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That's a question I was asking myself the first time I saw such a weird C5 plug. That was a while ago, but I came across it again and haven't found an answer yet.

The only thing I could find out is that C5 is with 2.5A and C13 with 10A. But I guess it would technically be no problem building an AC adapter (e.g. for laptops) in which you plug the far more common C13 connector.

http://en.wikipedia.org/wiki/IEC_connector

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+1 for telling me what that connector is really called (C13 I mean). Everyone I've talked to just calls it a "modular power" connector... –  Billy ONeal Nov 15 '11 at 2:54

2 Answers 2

There is a significant difference between the connectors. It is the current handling ability.

Basically, the C5 connector enables manufacturers to make smaller, lighter weight, less expensive power cables, because the C5 connector should never be used in a situation where overall current draw is greater than 2.5A.

A cable with a C13 connector that could fail/melt when subjected to a current draw of >2.5A would leave the manufacturer vulnerable to liability lawsuits. However, a similar cable would be fine with a C5 connector.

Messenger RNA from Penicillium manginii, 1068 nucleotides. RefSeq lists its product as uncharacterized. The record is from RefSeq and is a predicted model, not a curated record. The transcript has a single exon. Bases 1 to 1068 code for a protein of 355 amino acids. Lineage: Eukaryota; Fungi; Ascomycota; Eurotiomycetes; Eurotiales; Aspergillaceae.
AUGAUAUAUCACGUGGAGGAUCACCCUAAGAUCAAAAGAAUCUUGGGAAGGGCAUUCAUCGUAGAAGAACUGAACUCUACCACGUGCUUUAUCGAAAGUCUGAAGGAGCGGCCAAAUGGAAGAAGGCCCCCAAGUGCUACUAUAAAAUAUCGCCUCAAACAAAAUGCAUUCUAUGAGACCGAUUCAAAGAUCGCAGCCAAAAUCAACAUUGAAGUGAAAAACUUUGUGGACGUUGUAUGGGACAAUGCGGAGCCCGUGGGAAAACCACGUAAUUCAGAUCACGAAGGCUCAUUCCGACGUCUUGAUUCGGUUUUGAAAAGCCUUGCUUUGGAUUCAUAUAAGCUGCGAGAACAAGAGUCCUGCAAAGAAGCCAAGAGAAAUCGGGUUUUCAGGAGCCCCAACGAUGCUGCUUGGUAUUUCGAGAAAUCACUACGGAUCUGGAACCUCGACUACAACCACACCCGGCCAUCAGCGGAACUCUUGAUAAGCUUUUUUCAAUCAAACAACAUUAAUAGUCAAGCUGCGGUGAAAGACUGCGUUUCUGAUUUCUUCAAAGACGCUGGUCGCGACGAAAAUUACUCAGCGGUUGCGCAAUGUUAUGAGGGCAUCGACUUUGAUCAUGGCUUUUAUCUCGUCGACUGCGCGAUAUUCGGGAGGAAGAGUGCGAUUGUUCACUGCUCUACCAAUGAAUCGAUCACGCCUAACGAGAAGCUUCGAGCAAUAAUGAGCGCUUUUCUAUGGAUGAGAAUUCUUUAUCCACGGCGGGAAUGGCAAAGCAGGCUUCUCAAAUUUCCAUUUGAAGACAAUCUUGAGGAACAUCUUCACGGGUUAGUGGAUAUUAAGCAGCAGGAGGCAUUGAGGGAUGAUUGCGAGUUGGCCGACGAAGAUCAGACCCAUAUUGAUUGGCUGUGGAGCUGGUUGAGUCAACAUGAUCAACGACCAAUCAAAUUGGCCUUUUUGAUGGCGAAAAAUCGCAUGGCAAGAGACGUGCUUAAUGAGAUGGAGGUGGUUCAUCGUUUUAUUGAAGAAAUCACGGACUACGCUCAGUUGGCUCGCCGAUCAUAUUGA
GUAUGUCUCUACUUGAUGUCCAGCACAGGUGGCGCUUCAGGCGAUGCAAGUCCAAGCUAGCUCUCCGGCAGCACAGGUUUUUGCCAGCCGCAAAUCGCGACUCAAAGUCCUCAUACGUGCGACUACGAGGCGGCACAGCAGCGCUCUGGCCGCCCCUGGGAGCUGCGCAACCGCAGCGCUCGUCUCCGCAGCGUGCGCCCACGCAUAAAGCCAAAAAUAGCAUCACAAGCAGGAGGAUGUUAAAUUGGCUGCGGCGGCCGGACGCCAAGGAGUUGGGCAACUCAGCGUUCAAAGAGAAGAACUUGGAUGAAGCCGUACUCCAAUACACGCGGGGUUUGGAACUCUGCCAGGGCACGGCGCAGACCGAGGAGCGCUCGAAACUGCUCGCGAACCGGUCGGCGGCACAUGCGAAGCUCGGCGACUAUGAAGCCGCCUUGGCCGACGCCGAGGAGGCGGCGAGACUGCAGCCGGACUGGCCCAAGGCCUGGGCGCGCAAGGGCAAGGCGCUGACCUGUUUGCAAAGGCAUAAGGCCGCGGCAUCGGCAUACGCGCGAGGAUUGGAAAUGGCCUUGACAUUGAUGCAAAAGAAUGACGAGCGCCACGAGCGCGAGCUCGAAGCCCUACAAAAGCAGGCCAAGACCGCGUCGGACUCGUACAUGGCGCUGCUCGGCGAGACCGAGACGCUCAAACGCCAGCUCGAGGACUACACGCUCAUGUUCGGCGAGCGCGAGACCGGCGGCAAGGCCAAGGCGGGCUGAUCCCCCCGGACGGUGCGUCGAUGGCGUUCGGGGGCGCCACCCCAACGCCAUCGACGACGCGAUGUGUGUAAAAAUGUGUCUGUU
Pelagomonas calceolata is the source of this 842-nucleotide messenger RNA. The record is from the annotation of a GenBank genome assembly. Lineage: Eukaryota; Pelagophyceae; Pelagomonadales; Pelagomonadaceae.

In the end, the C5 connector is not as common as the C13, so in situation where the minor cost saving of the C5 cable is mitigated by the lack of volume, the C13 connector is used, which is why you see it on laptops.

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There isn't really any difference and comes down to choice of the manufacturer and nothing more than that.

I have seen many laptops and some do have C13 adapters, I have looked at various specification but have not been able to find any logic behind the decision.

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